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2010 remix of Barker & Baumecker, a new group tied to the infamous Berghain club.
I also appear on their "Candyflip" EP by playing a KORG MS-20 solo, for the track "Refugee Hipster."
Oh yeah, the label (whose name eludes me) turned it down because they wanted acid and it apparently didn't fit. haha (still got payed)
Here is a review from Resident Advisor:
Confidential to DJs: you probably don't want to play "Candyflip" while candyflipping, at least not if you haven't already mastered mixing its intro. Even sober DJs should be aware that this isn't a record you want to play out the same day you buy it. Bearing one of the trickier intros to come around in a while, "Candyflip" begins with what feels like a metronomic percussive cadence at a superslow 85 BPM or so; it's only when glancing pings and deep, resonant, syncopated kick drums come stumbling in, wrongfooting the beat, that the opening sequence is revealed to be a rigid triplet pattern.
Tension builds as buzzing chords duke it out over lunging, syncopated kicks; only after four minutes, by which point you've decided that the angry ghost of IDM is rattling the club to its foundations, does a regular, 4/4 bass drum finally kick in. For a time, it feels like a particularly biting take on piano house, with textures so electric they make your fillings hurt, and then the beats end, and the last two minutes are a swirl of warbling synthesizers as they trickle down the drain.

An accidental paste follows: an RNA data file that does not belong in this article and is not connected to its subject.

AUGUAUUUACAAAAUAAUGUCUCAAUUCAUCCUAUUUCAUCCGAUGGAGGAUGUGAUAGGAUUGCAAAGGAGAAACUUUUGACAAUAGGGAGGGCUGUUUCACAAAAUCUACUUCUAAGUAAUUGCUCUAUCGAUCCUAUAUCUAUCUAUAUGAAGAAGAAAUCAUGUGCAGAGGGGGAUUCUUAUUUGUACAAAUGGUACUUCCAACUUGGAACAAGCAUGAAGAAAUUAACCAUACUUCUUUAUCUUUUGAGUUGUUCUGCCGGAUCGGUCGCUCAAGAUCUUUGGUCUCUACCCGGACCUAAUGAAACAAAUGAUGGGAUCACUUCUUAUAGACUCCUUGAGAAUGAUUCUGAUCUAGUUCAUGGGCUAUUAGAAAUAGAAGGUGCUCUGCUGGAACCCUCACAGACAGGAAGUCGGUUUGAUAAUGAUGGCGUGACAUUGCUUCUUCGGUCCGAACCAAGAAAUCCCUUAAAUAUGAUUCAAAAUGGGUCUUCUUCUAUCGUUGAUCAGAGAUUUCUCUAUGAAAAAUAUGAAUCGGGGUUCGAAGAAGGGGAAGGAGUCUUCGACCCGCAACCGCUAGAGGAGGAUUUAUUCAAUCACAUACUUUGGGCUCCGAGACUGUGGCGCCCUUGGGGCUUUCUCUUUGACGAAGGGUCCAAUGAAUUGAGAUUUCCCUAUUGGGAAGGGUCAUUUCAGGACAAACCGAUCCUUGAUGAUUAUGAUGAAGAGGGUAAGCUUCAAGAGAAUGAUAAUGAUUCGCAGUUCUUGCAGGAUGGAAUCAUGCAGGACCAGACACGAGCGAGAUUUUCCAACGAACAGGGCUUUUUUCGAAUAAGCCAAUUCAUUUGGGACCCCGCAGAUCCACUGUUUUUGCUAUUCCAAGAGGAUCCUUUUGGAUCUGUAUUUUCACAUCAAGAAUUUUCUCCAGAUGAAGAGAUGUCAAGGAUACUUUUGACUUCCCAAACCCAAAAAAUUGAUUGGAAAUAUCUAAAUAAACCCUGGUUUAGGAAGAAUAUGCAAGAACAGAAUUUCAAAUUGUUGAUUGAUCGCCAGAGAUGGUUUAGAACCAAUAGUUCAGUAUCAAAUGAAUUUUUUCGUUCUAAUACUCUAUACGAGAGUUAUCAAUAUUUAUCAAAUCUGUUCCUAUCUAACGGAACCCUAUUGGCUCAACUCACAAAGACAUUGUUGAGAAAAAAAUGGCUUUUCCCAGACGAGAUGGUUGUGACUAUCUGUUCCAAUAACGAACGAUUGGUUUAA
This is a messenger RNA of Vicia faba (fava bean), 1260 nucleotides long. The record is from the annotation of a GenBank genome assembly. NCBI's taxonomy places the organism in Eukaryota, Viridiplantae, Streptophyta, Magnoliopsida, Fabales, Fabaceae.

It's an excellent fusion of two Berghain aesthetics: the offbeat, industrially tinged sound of the Leisure System nights, which regularly host Warp and Rephlex artists, and the full-spectrum, full-throttle techno of the rest of the time. That's not a coincidence: Sam Barker co-runs Leisure System, while ND Baumecker is a Berghain resident.
The other two tracks share the same electrified sonics and buzzing sense of presence, with a spine-tingling high end and chest-massaging bass. "The Hole" is twitchy, minimalist techno with acid undertones; its long arc and driving drama could draw any number of comparisons—Radio Slave, Stockholm Ltd., Robert Hood—but its sickly frequencies and prickly detailing ultimately don't sound quite like anyone else. Jimmy Edgar guests on "Refugee Hipster," sparsely soloing over a mid-tempo dub techno jam, and bringing an unusual touch of G-funk to a form that generally shies away from such explicitly jazzy touches. Again, it's Barker & Baumecker's sonics that really set the tune apart: the slow-moving chords might be staples of the genre, but the rest of the track's materials, from its porous low end to its bleepy highs, sound built according to custom specifications.